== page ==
Press Releases

Shakespeare’s ‘Taming of the Shrew,’ Subterranean Style By BETSY M. HUNTONSpecial to the Planet

Friday June 03, 2005

So, naturally, what you’re asking is why on earth is the Subterranean Theatre Company producing Shakespeare’s The Taming of the Shrew—arguably the best-known, supposedly funny, and longest-running assault on women’s human rights on the English-speaking s tage—and they’re committing this outrage firmly in the middle of Berkeley?  

The short answer is that in no way is this your father’s Shrew. Truth to tell, it’s almost certainly unlike any version that’s ever been staged before, even though theater people have been struggling with the play ever since Shakespeare died. (According to the renowned Shakespearean scholar David Bevington, English audiences didn’t get to see a version close to Shakespeare’s original until 1844).  

But the real answer lies with t he multi-award winning Canadian director Tom Bentley, who came to Berkeley planning to devote himself exclusively to his own writing. He was suffering from a bad case of theater burnout, but Bentley’s a guy with really strong views, one of which is his de ep concern about what he sees as the increasing political strength of the religious right.  

When Bentley realized that Shrew provided an almost perfect setup from which to attack what he calls “these righteous men who have gone back to the Bible to bolst er their manhood” he set to work. He’s quite up-front about what he’s done with the play.  

He says quite explicitly in the program notes, “This production is inspired by The Promise Keepers and other similar men’s groups that promise easy answers for men seeking to define a superior place in the family.”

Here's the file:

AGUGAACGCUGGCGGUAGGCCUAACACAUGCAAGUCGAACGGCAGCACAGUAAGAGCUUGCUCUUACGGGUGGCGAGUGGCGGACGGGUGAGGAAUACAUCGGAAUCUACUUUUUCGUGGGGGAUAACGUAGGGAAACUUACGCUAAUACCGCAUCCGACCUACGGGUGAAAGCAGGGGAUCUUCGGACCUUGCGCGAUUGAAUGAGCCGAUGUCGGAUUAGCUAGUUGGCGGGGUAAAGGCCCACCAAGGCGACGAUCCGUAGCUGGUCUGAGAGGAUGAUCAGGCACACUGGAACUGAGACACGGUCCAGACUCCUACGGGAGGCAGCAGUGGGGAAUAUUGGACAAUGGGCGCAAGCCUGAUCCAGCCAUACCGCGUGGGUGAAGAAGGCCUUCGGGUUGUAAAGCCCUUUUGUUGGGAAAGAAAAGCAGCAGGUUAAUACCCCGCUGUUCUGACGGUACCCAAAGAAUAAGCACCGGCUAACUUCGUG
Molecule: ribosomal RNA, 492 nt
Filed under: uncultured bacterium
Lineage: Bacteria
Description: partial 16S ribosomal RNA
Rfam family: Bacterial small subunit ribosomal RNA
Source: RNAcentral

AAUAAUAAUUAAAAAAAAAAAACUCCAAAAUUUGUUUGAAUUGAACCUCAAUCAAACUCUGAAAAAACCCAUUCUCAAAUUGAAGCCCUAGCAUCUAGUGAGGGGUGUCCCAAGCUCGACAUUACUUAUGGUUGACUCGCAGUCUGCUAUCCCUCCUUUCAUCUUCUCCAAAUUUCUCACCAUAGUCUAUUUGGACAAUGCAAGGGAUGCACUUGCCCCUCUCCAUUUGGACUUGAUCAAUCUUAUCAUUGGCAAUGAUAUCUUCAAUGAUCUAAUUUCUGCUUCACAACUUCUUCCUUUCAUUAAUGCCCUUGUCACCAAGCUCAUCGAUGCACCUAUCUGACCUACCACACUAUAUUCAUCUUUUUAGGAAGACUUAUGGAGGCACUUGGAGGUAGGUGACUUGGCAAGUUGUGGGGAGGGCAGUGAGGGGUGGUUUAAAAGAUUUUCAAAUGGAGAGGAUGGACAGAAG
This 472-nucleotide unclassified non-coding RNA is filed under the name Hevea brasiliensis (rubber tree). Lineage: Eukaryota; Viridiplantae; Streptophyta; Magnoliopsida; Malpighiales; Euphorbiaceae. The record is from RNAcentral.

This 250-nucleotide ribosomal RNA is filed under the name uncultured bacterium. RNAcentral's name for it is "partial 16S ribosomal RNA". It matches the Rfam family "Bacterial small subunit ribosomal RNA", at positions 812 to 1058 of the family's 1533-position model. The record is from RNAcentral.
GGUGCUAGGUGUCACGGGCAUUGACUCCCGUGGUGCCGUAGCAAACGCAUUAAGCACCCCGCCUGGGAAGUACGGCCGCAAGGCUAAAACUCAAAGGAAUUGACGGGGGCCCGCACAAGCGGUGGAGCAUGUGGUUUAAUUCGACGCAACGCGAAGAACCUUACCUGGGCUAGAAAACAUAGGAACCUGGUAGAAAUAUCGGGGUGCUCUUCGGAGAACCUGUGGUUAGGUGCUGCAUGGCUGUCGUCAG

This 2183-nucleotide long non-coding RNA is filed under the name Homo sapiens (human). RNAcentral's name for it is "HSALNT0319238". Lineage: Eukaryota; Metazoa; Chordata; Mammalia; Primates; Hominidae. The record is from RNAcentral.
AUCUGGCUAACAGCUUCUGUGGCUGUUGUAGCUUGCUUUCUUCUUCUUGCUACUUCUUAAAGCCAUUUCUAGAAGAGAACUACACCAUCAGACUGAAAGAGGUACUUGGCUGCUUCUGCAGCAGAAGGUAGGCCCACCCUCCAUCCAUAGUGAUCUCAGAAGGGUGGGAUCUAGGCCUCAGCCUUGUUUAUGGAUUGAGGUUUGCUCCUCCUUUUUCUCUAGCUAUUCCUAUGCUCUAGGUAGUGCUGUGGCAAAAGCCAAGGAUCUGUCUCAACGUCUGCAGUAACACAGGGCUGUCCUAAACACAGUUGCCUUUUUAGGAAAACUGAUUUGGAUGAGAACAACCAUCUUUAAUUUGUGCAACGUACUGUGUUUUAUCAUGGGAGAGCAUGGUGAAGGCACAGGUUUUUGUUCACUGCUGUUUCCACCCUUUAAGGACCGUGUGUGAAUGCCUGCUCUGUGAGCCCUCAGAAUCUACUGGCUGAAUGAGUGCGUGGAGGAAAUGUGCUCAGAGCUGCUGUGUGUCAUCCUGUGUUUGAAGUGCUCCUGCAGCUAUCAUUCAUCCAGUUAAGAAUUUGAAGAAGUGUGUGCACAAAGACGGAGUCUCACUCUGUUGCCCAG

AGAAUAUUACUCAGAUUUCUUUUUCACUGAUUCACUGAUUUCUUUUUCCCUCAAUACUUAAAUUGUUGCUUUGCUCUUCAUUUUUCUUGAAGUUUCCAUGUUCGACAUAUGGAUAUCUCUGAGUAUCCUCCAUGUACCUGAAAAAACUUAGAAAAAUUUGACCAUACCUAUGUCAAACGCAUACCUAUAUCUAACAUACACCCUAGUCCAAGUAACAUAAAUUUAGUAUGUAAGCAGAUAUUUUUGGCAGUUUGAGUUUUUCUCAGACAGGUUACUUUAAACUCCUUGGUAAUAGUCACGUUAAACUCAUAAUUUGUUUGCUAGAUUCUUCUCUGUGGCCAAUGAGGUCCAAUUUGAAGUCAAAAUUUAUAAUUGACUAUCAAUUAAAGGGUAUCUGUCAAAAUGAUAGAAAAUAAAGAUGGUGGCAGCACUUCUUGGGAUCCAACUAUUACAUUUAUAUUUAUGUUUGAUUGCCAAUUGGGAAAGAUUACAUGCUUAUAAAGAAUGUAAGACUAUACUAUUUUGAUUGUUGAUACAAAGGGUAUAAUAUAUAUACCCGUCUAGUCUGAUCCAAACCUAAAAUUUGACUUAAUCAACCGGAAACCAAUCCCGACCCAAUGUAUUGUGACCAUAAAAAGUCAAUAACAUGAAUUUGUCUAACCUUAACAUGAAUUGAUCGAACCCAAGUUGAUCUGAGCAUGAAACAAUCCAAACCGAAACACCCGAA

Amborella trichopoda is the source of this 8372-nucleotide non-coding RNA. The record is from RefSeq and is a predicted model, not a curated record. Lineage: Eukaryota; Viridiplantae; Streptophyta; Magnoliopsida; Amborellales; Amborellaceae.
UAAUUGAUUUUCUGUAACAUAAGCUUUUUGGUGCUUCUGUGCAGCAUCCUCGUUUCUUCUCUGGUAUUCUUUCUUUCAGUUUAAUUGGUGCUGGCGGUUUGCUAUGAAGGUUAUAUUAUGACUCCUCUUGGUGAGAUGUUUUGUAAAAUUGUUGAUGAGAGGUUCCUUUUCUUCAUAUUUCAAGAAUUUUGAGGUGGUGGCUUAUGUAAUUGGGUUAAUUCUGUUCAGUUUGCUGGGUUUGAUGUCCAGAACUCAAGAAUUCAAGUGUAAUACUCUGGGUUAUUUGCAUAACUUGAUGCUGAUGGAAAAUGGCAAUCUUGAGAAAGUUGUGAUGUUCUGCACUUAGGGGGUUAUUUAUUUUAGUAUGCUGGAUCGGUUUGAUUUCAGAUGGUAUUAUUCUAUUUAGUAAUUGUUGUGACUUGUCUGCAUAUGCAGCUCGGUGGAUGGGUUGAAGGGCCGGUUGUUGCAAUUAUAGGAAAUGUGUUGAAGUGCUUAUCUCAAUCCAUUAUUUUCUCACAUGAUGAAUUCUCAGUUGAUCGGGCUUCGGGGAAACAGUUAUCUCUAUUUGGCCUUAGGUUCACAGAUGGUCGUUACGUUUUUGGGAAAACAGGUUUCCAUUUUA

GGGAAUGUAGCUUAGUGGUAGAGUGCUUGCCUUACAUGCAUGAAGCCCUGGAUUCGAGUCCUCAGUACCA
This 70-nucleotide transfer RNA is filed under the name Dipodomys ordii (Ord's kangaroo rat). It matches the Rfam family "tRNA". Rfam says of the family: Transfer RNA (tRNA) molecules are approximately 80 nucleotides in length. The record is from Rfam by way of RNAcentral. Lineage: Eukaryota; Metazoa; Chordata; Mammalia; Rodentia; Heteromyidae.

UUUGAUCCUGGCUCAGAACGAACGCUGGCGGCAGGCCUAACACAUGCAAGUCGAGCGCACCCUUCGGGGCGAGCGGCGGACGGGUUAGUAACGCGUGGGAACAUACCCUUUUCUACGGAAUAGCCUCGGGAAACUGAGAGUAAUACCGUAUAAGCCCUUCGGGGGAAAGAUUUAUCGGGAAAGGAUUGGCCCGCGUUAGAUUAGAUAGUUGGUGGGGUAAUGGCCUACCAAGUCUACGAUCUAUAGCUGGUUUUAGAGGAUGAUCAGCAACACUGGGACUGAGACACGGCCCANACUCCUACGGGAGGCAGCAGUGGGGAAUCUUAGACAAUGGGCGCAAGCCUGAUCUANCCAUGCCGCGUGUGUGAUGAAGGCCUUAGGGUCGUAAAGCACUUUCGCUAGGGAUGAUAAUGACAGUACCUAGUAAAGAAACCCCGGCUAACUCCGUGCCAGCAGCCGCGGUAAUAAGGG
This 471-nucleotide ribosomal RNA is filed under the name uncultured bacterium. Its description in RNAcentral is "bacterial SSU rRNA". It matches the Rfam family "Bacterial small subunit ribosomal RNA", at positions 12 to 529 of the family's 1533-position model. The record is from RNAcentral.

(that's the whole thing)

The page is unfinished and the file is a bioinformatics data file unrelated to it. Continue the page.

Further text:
It should not be surprising that Bentley has edited the play to present a cleaner plot movement through the story he has in mind. It’s still a fairly long presentation—there’s always more than enough p lay in an Elizabethan drama for a modern audience to work with. But what is there makes sense. 

One of the production’s great strengths is the ensemble of men formed from the collection of various “friends,” and other roles. The men make a tremendous impa ct from the moment they open the door and come down the aisle, two by two, holding small books to their eyes, blocking off the world. The men are dressed completely in black: shirts, socks, everything. The only touch of color distinguishing one man from another is in his satin tie, and they’re identical except for muted colors, slightly different with each man.  

And then there’s the most daring act of the production: A fairly small structure sits at the center of what would be a stage if the Art Gallery co-opted for this production had such a luxury. It serves as a theatrical “flat” where actors can go “off stage.” 

There’s a large white cross painted on it.  

So the short version of this review is to say that it’s a powerful and very effective productio n, but the truth of the matter is that it’s also pretty scary. Watching someone lose her strength, her will, her very “self,” is terrifying; there’s nothing funny about it at all. Mary Mackey has a full grasp of both parts of her role as Katherine, and her deterioration from the powerful—albeit unpleasant—woman at the opening of the play to the pathetic dependent at the end, desperately agreeing to any irrational statement thrown at her, is entirely too convincing to forget. 

Scott Nordquist is Petruchio, a man who knows what he wants. He’s the one who unblushingly declaims the famous lines “I come to wive it wealthily in Padua/ If wealthily, then happily in Padua.” His role requires a wide range of behaviors, from “Good Buddy” with his friends, to explos ive, frightening rages specifically designed to break Katherine’s will.  

It’s successful. And in this version of a very old play, it’s no longer funny at all. It is, however, fine acting. 


Subterranean Theatre Company presents The Taming of the Shrew, Thurs.-Sat., 8 p.m. at Berkeley Art Center, Live Oak Park, through June 24. For reservations, call 276-3871.